Operation Berlin (iii)

This was a British operation to evacuate the remnants of Major General R. E. Urquhart’s 1st Airborne Division across the Nederrijn river at the end of the Arnhem battle in ‘Market’ (25/26 September 1944).

It was at dawn on 25 September that the 1st Airborne Division was ordered to pull back over the Rhine river. No such effort to be started until nightfall, and the remnants of the division had therefore to survive the following daylight hours.

In a departure from their tactics of the last few days, which had been relatively cautious and worked on the basis of attrition rather than outright assault, the Germans formed two potent Waffen-SS Kampfgruppen and made a significant thrust along a narrow front in the eastern sector. This succeeded in breaking through the thin front line and for a time the division was in severe danger. The attack met increasing resistance as it pushed deeper into the British lines, however, and was finally broken up by a heavy bombardment by the field guns of the 64th Medium Regiment, Royal Artillery.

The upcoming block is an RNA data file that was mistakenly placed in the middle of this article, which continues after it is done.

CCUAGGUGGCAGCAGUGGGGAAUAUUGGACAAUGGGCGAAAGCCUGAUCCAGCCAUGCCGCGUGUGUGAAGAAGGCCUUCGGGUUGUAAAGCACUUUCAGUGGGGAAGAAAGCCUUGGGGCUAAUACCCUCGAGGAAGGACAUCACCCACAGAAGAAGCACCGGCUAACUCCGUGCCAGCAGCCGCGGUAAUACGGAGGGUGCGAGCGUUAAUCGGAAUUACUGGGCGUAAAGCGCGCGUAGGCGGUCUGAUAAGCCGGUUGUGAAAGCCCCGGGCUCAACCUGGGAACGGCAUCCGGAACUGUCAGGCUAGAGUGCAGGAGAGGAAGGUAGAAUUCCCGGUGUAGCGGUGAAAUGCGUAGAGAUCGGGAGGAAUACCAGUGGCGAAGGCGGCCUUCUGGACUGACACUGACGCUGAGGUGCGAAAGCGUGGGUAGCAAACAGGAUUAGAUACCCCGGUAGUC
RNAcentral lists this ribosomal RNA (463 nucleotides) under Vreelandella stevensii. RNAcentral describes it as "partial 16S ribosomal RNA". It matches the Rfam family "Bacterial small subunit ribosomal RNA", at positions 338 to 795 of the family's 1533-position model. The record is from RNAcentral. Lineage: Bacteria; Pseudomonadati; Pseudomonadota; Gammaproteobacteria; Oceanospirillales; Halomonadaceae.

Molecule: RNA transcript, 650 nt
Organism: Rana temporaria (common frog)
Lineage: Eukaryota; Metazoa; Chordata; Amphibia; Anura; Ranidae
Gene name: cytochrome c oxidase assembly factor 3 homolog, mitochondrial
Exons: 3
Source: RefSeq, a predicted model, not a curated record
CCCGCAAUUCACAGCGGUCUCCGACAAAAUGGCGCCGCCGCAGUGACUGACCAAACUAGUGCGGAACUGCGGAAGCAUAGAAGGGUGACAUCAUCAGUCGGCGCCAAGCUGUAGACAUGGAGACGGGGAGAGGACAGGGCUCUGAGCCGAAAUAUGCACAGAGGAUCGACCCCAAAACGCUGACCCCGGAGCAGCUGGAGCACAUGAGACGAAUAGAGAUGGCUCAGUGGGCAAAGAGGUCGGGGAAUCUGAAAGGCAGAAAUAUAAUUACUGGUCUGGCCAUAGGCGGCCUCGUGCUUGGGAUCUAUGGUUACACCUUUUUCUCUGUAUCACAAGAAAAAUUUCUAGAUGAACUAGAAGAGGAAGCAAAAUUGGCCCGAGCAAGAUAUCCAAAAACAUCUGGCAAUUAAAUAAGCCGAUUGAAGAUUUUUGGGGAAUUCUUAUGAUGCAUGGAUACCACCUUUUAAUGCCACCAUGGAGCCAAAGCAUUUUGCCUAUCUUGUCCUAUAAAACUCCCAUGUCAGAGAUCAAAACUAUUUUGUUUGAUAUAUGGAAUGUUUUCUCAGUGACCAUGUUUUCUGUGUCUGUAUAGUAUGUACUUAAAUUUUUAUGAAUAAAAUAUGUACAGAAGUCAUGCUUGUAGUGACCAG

Employing ruses to persuade the Germans that its positions remained unchanged, the 1st Airborne Division began its withdrawal at 22.00. British and Canadian engineer units ferried the troops over the Rhine, covered by the Polish 3/Parachute on the northern bank. By a time early on the next morning this effort had extracted 2,398 survivors, leaving 300 men to surrender on the northern bank at first light when German fire prevented their rescue.

The 1st Airborne Division and other units involved north of the Rhine had embarked on their undertaking with about 10,600 men, and of these some 1,485 had died and 6,414 were taken prisoner, about one-third of the latter being wounded.